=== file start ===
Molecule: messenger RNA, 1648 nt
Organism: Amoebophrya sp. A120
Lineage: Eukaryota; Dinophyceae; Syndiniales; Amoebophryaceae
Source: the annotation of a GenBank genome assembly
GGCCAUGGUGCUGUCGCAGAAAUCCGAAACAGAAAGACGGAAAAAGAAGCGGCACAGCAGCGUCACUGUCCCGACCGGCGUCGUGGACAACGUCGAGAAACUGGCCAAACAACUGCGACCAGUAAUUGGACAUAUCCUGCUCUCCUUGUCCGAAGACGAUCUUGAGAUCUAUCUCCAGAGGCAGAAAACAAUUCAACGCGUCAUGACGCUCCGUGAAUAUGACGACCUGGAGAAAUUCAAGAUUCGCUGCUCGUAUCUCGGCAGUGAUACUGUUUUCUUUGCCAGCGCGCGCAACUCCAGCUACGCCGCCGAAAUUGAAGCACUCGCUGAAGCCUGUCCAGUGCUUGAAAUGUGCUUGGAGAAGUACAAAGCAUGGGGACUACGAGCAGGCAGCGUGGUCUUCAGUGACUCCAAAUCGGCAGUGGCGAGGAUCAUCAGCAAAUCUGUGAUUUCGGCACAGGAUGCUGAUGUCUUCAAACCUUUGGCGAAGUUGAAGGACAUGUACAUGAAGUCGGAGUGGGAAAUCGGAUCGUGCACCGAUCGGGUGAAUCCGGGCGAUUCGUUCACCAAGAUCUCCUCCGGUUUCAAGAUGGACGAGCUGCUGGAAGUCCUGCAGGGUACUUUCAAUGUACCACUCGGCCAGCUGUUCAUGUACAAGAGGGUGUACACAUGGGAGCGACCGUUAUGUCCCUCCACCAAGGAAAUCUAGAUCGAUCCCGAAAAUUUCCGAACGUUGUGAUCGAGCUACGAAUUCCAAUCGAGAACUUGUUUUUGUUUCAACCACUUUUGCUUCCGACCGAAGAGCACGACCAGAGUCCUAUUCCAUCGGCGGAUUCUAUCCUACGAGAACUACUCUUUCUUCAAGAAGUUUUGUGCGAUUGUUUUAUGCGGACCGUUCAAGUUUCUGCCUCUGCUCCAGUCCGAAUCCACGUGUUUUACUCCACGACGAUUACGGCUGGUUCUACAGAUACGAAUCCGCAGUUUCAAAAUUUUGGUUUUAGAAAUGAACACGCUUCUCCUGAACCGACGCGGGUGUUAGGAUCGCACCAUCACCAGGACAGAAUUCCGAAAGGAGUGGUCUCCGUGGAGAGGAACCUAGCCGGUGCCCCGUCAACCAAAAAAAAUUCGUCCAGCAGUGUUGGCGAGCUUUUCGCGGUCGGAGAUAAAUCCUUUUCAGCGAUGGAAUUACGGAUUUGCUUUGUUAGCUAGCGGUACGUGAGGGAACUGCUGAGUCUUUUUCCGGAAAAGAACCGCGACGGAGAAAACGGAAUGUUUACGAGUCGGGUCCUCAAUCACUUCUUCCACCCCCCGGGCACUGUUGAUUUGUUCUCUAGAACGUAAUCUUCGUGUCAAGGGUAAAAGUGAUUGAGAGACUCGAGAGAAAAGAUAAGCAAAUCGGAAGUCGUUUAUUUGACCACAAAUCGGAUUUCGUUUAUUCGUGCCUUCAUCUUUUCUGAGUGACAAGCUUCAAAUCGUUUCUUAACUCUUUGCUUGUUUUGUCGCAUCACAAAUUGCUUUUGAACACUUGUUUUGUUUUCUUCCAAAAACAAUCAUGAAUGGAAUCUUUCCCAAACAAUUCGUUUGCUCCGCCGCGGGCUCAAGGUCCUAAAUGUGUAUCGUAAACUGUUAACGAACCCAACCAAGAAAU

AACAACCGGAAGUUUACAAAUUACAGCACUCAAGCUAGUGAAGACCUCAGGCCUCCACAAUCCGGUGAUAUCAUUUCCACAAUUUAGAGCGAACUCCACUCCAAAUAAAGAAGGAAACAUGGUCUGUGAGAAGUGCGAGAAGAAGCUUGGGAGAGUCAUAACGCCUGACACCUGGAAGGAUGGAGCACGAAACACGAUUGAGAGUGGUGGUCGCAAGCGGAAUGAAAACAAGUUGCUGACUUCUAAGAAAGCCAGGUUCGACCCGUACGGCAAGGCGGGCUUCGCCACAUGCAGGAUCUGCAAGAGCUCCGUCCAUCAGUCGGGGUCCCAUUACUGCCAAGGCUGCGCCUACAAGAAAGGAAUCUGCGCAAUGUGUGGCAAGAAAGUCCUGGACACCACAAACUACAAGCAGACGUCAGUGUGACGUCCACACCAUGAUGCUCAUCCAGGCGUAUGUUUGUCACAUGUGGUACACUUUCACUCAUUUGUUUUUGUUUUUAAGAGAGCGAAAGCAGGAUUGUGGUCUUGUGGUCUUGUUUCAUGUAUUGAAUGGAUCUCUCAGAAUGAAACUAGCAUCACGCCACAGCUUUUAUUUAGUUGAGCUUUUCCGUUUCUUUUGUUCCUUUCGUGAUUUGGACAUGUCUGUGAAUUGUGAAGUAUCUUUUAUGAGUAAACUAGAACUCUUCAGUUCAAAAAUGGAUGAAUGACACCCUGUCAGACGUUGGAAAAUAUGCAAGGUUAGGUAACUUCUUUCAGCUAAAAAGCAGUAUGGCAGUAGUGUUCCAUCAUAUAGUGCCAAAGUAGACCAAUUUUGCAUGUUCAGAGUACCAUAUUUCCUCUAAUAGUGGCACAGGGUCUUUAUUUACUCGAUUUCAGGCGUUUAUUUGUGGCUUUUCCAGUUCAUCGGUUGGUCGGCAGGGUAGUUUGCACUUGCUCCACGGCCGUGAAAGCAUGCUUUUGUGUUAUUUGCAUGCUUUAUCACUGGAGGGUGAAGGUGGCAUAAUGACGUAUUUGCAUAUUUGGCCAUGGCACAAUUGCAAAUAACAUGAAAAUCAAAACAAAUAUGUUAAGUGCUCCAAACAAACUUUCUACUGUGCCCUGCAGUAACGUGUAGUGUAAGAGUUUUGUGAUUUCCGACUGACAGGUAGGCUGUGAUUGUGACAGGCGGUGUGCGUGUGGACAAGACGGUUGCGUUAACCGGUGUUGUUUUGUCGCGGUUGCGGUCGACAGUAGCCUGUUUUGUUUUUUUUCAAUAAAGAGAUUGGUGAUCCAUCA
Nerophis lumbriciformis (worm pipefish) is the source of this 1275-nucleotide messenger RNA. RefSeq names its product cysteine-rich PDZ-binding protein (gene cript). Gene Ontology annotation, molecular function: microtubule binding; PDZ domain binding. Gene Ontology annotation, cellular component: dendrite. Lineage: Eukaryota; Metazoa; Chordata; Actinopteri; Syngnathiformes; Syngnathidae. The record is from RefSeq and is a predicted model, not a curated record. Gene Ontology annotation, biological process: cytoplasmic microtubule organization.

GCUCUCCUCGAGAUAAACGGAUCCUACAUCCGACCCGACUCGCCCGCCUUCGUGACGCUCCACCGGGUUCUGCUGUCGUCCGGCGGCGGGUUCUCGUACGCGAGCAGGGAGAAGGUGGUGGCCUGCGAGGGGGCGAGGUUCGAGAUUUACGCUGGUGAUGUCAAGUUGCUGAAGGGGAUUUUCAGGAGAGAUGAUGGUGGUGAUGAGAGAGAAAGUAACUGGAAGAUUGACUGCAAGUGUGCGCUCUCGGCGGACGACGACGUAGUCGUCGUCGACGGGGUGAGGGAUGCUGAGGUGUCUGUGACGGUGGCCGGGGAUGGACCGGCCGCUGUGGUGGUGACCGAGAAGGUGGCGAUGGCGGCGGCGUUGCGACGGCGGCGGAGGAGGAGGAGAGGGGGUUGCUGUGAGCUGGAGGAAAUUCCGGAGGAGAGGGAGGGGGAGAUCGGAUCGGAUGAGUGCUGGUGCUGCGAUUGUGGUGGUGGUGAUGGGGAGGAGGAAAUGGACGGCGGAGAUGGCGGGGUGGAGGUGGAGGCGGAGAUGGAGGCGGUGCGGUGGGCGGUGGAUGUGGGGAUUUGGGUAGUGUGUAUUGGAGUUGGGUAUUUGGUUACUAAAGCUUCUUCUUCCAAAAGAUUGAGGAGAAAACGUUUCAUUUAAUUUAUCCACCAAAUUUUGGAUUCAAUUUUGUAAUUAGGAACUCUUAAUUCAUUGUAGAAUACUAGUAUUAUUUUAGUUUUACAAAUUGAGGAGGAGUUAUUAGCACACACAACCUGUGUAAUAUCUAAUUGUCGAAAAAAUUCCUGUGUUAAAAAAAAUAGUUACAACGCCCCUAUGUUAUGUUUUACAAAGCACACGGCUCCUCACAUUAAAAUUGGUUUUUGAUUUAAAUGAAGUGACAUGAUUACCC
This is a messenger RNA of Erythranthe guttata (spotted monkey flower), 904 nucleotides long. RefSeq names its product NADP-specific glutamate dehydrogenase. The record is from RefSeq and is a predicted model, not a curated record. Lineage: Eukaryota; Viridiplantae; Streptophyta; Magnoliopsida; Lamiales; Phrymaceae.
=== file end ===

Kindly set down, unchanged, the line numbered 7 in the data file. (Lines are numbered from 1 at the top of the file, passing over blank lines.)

Nerophis lumbriciformis (worm pipefish) is the source of this 1275-nucleotide messenger RNA. RefSeq names its product cysteine-rich PDZ-binding protein (gene cript). Gene Ontology annotation, molecular function: microtubule binding; PDZ domain binding. Gene Ontology annotation, cellular component: dendrite. Lineage: Eukaryota; Metazoa; Chordata; Actinopteri; Syngnathiformes; Syngnathidae. The record is from RefSeq and is a predicted model, not a curated record. Gene Ontology annotation, biological process: cytoplasmic microtubule organization.